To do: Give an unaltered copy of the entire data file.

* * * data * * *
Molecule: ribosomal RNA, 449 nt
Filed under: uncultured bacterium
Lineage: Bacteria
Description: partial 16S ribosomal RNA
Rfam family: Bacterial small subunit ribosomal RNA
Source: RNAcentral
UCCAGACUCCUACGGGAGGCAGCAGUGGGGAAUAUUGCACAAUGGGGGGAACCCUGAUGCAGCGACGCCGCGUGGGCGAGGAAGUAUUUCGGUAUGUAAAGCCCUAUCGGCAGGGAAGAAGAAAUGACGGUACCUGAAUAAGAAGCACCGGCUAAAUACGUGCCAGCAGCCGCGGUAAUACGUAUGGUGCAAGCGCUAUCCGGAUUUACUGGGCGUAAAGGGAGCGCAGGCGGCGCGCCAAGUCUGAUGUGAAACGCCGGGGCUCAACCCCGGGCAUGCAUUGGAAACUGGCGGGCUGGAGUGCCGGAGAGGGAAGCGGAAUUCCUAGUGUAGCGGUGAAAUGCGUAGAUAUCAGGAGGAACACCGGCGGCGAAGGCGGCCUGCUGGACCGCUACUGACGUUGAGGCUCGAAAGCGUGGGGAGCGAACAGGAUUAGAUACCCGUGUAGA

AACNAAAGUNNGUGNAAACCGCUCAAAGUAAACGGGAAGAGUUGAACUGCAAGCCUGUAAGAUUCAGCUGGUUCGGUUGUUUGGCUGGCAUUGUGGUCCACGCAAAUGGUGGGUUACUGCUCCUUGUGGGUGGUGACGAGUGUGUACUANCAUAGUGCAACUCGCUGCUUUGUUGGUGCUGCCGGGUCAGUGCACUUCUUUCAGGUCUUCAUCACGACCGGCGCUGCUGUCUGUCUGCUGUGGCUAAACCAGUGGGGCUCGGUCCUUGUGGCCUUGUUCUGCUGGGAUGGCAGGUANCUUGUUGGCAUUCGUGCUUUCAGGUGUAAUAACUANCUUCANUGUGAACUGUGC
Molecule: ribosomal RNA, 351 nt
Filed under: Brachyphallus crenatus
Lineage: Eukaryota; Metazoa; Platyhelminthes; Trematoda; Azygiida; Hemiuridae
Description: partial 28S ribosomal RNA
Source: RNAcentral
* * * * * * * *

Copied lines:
Molecule: ribosomal RNA, 449 nt
Filed under: uncultured bacterium
Lineage: Bacteria
Description: partial 16S ribosomal RNA
Rfam family: Bacterial small subunit ribosomal RNA
Source: RNAcentral
UCCAGACUCCUACGGGAGGCAGCAGUGGGGAAUAUUGCACAAUGGGGGGAACCCUGAUGCAGCGACGCCGCGUGGGCGAGGAAGUAUUUCGGUAUGUAAAGCCCUAUCGGCAGGGAAGAAGAAAUGACGGUACCUGAAUAAGAAGCACCGGCUAAAUACGUGCCAGCAGCCGCGGUAAUACGUAUGGUGCAAGCGCUAUCCGGAUUUACUGGGCGUAAAGGGAGCGCAGGCGGCGCGCCAAGUCUGAUGUGAAACGCCGGGGCUCAACCCCGGGCAUGCAUUGGAAACUGGCGGGCUGGAGUGCCGGAGAGGGAAGCGGAAUUCCUAGUGUAGCGGUGAAAUGCGUAGAUAUCAGGAGGAACACCGGCGGCGAAGGCGGCCUGCUGGACCGCUACUGACGUUGAGGCUCGAAAGCGUGGGGAGCGAACAGGAUUAGAUACCCGUGUAGA

AACNAAAGUNNGUGNAAACCGCUCAAAGUAAACGGGAAGAGUUGAACUGCAAGCCUGUAAGAUUCAGCUGGUUCGGUUGUUUGGCUGGCAUUGUGGUCCACGCAAAUGGUGGGUUACUGCUCCUUGUGGGUGGUGACGAGUGUGUACUANCAUAGUGCAACUCGCUGCUUUGUUGGUGCUGCCGGGUCAGUGCACUUCUUUCAGGUCUUCAUCACGACCGGCGCUGCUGUCUGUCUGCUGUGGCUAAACCAGUGGGGCUCGGUCCUUGUGGCCUUGUUCUGCUGGGAUGGCAGGUANCUUGUUGGCAUUCGUGCUUUCAGGUGUAAUAACUANCUUCANUGUGAACUGUGC
Molecule: ribosomal RNA, 351 nt
Filed under: Brachyphallus crenatus
Lineage: Eukaryota; Metazoa; Platyhelminthes; Trematoda; Azygiida; Hemiuridae
Description: partial 28S ribosomal RNA
Source: RNAcentral